Turtle Power

Jenna Gerling

Heroes in a half shell reunite

TMNT’s prospective viewers will be that of two very different generations: Twenty-somethings who have far surpassed their Donatello action figure days, and the much younger age group that enjoys the 2003’s revived version of the turtles’ cartoons on the Fox Network Saturday mornings.

For the older and more educated “turtle power” fans, there was one big difference with TMNT — no foam turtle suits. Unlike the turtles’ first three movies, their current film was animated by Imagi Animation Studios, which may have had an affect on some of the viewers’ expectations. Skepticism aside, the storyline of TMNT proved to exceed their previous judgments.

The movie’s storyline picks up right after Teenage Mutant Ninja Turtles’ second movie, Teenage Mutant Ninja Turtles: Secret of the Ooze, where Splinter asks Leonardo to leave the group of hard-shelled brothers in order to become a better leader. But this leaves the other three brothers lost without him.

In Leo’s absence, Donatello becomes a computer tech, Michelangelo takes a day job as a birthday party mascot and Raphael spends his nightlife as The Night Watcher, catching bad guys by himself and risking the secrecy of the brothers’ identities.

Just as all of the other movies and cartoons, Raphael carries the heaviness of his spite, rebelliousness, anger and jealousy for the duration of the film. But with TMNT, the confrontation between Raphael and Leonardo finally occurs. Leonardo and Raphael have a fight scene, spurred by Raphael’s resentment and refusal to follow Leo’s orders. This scene was quite surprising and moving when Raphael’s realizations about himself and his brother hit him.

A split theme runs alongside the plot of the brothers and essentially mirrors the brothers’ conflicts: Ancient warrior Winters becomes immortal when opening a portal into another dimension; but instead of defeating enemies, he turns his four warriors into stone and lets 13 monsters out to wreak havoc on Earth for centuries.

Winters often refers to his fighters as brothers, and once he revives their stone bodies into moving, fighting statues, deception begins.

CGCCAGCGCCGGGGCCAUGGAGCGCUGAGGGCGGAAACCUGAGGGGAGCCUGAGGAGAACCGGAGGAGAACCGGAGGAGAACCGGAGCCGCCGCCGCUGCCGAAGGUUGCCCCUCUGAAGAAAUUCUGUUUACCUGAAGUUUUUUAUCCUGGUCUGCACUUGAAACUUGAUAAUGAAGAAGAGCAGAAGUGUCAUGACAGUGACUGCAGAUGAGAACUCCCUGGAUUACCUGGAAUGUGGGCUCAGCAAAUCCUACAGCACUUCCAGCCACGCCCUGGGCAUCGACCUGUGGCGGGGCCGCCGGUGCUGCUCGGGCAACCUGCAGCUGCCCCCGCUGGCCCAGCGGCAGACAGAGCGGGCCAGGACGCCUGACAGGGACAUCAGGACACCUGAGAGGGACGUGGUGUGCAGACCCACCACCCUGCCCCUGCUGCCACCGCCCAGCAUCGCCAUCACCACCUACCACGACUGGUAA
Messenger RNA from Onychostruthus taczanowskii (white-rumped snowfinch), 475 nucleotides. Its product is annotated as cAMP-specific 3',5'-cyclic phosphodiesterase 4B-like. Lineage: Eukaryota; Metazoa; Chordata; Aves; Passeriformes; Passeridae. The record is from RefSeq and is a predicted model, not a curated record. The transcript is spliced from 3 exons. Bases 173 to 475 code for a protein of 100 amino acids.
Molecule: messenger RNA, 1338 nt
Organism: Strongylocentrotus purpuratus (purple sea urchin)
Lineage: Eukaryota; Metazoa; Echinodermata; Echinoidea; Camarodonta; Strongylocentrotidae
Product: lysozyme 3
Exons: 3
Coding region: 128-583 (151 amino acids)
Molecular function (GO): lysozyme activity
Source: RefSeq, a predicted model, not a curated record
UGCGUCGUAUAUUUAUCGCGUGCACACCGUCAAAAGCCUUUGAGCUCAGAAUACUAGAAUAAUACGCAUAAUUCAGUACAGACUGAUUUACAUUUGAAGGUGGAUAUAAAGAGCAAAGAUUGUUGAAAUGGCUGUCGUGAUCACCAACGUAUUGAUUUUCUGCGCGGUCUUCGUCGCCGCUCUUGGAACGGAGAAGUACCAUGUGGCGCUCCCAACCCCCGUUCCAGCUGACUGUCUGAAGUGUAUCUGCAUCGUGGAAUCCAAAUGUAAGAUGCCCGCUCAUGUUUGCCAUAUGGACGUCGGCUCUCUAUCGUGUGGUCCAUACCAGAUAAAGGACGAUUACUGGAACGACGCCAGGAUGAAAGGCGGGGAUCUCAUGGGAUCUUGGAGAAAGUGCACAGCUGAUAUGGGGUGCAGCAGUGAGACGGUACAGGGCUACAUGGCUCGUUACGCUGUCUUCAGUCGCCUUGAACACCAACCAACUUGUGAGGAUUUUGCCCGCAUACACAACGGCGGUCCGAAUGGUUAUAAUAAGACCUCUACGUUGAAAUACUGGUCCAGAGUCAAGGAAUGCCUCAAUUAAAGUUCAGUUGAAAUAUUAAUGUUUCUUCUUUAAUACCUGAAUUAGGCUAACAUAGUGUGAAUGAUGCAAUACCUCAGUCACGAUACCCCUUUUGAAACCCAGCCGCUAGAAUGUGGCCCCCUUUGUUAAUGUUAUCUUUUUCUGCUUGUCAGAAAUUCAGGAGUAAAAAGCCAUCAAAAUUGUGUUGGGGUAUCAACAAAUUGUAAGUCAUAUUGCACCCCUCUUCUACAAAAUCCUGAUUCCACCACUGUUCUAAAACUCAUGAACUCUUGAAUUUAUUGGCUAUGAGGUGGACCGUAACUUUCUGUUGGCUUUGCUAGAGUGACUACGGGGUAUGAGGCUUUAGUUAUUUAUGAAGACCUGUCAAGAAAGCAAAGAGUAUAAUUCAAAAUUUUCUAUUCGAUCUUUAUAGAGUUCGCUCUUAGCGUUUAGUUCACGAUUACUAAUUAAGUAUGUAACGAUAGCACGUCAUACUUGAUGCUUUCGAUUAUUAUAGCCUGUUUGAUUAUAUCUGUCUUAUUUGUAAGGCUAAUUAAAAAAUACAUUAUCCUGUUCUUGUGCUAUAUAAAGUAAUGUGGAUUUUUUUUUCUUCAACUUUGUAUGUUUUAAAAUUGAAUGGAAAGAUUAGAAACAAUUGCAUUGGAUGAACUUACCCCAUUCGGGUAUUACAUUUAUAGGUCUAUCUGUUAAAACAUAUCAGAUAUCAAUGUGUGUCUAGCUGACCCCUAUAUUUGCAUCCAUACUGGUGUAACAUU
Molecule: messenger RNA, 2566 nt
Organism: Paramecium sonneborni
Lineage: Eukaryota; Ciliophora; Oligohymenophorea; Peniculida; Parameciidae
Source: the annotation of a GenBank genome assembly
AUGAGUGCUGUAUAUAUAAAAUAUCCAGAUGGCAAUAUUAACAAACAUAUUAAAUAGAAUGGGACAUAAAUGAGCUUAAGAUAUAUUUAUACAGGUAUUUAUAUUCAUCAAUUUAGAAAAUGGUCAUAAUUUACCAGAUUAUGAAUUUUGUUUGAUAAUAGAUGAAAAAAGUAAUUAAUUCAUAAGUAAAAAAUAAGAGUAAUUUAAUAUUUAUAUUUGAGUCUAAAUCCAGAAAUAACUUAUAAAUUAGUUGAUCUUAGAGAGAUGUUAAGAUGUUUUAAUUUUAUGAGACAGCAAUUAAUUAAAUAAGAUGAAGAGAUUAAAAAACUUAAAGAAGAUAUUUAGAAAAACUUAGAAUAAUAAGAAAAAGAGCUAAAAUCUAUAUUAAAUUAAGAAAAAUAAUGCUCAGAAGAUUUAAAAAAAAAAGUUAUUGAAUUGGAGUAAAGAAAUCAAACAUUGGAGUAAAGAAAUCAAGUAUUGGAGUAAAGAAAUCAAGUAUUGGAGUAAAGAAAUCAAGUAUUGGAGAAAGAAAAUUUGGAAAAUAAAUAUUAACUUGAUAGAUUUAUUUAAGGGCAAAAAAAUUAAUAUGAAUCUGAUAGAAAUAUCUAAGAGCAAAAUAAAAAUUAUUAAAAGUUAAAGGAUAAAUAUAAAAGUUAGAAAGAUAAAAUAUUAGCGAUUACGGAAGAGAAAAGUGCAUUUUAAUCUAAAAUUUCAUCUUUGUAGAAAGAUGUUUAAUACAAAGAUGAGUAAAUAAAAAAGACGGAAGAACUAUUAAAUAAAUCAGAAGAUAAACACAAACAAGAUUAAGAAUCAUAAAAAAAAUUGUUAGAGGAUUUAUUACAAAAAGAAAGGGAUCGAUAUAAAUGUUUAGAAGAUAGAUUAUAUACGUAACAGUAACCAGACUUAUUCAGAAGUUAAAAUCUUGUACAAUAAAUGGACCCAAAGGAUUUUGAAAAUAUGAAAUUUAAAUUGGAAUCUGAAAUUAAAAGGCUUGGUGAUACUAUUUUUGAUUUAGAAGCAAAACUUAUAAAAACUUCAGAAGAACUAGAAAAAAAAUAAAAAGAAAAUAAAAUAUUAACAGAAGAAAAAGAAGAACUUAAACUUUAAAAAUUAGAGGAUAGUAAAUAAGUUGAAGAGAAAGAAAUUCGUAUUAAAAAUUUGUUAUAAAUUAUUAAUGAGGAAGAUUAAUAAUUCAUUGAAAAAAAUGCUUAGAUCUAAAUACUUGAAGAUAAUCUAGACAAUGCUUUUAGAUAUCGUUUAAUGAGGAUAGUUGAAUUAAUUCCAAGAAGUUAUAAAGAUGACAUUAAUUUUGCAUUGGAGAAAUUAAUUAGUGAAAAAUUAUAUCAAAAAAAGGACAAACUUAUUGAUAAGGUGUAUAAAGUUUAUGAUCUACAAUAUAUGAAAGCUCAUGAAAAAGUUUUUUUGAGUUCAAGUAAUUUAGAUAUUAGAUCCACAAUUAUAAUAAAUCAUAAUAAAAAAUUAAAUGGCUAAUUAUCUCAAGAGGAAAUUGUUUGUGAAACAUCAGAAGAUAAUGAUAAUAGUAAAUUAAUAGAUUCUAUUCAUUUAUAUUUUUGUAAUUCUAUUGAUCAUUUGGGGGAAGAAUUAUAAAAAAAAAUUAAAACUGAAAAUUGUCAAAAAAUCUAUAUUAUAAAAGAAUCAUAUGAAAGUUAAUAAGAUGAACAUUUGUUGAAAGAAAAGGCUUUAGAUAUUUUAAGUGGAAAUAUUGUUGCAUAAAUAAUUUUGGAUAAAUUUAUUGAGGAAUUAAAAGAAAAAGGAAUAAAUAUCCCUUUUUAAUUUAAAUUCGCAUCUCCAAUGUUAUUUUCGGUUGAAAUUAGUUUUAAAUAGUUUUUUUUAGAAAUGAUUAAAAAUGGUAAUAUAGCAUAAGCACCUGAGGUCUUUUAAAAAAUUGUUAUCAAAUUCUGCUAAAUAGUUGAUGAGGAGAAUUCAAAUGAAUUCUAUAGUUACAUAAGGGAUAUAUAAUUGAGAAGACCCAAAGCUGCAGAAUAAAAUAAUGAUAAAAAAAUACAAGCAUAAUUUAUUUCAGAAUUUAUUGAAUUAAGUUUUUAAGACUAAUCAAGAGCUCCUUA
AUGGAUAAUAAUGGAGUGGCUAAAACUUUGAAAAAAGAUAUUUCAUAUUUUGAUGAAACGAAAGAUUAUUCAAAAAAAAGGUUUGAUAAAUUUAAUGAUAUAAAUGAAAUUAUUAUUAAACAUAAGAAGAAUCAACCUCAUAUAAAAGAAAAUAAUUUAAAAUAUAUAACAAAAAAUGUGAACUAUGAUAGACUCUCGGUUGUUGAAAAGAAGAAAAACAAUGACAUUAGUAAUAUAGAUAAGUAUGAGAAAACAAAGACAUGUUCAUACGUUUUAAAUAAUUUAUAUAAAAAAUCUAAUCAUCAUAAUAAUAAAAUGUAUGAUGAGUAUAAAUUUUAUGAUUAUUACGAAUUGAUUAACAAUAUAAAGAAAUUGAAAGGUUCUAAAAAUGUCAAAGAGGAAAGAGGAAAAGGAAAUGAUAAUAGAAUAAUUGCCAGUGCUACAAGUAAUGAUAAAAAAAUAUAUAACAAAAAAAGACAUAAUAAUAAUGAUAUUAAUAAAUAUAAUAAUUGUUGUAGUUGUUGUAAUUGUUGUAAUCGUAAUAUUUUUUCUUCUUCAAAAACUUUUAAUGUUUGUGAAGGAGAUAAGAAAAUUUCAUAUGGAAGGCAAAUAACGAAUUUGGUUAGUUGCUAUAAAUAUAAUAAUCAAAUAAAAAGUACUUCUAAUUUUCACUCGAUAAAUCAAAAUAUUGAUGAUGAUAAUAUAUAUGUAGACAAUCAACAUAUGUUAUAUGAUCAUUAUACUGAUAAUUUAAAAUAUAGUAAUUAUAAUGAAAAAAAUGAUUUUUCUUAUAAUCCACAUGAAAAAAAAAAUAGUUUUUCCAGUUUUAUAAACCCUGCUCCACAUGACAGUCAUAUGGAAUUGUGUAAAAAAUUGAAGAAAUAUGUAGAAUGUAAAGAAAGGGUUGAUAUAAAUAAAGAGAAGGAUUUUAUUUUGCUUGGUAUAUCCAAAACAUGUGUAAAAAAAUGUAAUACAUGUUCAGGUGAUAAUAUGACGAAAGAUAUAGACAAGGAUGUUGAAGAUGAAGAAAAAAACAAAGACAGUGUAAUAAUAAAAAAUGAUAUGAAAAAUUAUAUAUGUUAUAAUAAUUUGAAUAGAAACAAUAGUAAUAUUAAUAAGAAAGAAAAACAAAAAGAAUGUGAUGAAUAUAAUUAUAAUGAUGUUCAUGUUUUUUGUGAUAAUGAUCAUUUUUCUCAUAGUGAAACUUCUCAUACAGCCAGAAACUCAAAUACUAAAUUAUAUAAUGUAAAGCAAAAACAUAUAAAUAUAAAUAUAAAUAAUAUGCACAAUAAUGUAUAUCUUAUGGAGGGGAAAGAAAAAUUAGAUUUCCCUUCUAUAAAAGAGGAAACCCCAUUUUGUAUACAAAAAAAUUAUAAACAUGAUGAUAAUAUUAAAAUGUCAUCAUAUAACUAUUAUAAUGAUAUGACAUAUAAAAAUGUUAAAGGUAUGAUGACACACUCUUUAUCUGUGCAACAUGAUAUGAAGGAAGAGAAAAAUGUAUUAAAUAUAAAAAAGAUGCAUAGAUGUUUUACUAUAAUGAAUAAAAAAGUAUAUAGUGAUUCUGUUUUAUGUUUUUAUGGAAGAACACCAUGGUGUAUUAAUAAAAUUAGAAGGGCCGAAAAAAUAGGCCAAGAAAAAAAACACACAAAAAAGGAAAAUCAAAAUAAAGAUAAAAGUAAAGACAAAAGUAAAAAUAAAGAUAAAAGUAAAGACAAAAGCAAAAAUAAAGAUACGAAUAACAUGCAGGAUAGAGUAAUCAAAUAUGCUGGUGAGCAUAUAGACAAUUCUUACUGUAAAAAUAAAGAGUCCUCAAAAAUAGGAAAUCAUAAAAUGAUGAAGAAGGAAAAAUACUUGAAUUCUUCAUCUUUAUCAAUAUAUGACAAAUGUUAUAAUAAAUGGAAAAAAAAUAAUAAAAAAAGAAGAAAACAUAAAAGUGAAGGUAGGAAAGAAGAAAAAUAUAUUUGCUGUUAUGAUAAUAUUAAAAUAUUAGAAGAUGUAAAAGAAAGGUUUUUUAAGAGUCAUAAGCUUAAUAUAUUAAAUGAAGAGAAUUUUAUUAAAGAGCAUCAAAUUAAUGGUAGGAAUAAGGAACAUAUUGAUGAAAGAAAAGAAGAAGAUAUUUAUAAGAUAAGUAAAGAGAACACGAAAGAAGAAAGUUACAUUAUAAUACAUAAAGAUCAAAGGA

At one point Splinter says, “I hate to see brothers fight,” during the last action sequence when Winters’ stone warriors plot against him. This is a direct reflection of both Leonardo and Winters as leaders, and their “brothers” fighting against them – just as Raphael did.

This comparison shows that all the evil and good in the world seem to have problems — such as leadership and loyalty — but the moral is that by working together, the team becomes one and therefore fights even stronger.

Rather than shooting for a cartoon appeal, the movie elects to go for an emo and punk-rock stylized soundtrack. Gym Class Heroes, Amber Pacific and Cute Is What We Aim For all contribute to the movie’s score.

A nice lead from a Foot Ninja hints to a possible sequel to the animated movie. A previously defeated villain may be in the Turtles’ near futures.

Despite all the pre-conceived notions of the next generation of Ninja Turtles turning childhood memories into sour grapes, TMNT stands out as a solid flick. And as for the animation? You’ll just have to see it for yourself.


(Teenage Mutant Ninja Turtles)

Starring Chris Evans,

Sarah Michelle Gellar,

Patrick Stewart, Kevin Smith

Directed by Kevin Munroe

Rated PG for animated action violence, some scary cartoon images and mild language

Stater rating (out of five): ****

Contact ALL correspondent Jenna Gerling at [email protected].